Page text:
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  17. HotRod61

    HotRod61 Happy Valley Active Member

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    Albany gun club has something like that if I'm not mistaking. Maybe someone from the club could chime in who knows more.
    HotRod
     
  18. mjbskwim

    mjbskwim Salmon,Idaho Well-Known Member

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    The local cowboy shooters let friends bring their own brass and bullets and just pay for the powder and primers.The press is all set for cowboy action loads.

    I have offered my shop to a couple friends.All they have to do is leave me some ammo.No takers yet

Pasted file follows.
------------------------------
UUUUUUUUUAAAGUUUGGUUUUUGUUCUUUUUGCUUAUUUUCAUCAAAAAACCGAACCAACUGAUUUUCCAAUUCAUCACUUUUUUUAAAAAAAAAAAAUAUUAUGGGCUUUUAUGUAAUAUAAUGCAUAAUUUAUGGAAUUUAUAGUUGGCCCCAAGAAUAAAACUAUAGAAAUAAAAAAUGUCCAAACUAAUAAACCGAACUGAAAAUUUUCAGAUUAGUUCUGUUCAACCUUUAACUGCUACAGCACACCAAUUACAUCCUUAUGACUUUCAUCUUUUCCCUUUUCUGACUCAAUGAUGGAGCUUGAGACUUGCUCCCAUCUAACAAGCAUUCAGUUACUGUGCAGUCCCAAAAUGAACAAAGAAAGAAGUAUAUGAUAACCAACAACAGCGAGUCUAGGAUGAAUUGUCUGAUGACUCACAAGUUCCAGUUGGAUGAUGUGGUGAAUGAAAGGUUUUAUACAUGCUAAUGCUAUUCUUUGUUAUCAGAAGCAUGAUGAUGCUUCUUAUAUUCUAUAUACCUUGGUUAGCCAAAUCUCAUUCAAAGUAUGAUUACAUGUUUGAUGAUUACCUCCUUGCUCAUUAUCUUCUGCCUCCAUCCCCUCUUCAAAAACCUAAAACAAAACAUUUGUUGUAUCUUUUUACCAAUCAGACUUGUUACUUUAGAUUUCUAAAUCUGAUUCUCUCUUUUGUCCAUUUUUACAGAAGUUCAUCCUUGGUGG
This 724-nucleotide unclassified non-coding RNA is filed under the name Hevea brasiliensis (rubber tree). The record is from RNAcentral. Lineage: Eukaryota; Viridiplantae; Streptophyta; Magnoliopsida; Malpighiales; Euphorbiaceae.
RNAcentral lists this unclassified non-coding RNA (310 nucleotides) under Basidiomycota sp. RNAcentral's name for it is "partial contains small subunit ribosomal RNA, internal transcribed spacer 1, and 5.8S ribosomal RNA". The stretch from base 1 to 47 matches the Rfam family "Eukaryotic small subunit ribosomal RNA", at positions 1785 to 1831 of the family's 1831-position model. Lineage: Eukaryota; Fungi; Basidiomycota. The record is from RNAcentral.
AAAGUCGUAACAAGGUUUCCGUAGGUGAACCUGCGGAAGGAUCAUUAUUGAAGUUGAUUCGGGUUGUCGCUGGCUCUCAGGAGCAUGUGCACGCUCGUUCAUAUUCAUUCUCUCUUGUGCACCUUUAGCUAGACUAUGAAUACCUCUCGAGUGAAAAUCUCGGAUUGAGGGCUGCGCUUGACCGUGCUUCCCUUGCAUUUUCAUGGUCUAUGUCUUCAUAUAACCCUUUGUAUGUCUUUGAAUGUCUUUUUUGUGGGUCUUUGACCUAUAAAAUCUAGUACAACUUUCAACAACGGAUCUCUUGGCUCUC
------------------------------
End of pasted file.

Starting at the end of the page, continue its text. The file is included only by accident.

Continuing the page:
Don't really want unknowns at my abode either
    I would ASSume the insurance for a business like that would be kinda high. Selling it would be one thing,playing with explosives might draw a red flag.
     
  19. deadshot2

    deadshot2 NW Quadrant WA State Well-Known Member

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    Probably wouldn't be any more than that of a gun range, maybe even less because they really wouldn't be firing the ammo. Waivers would be a given as to personal injury.

    Just to be accurate, smokeless powder isn't really an explosive even though it carries the 1.3 Explosive ID under UN recommended guidelines. It's actually a solid propellant that undergoes deflagration instead of detonation.

    Black Powder on the other hand explosion.jpg

    explosion.jpg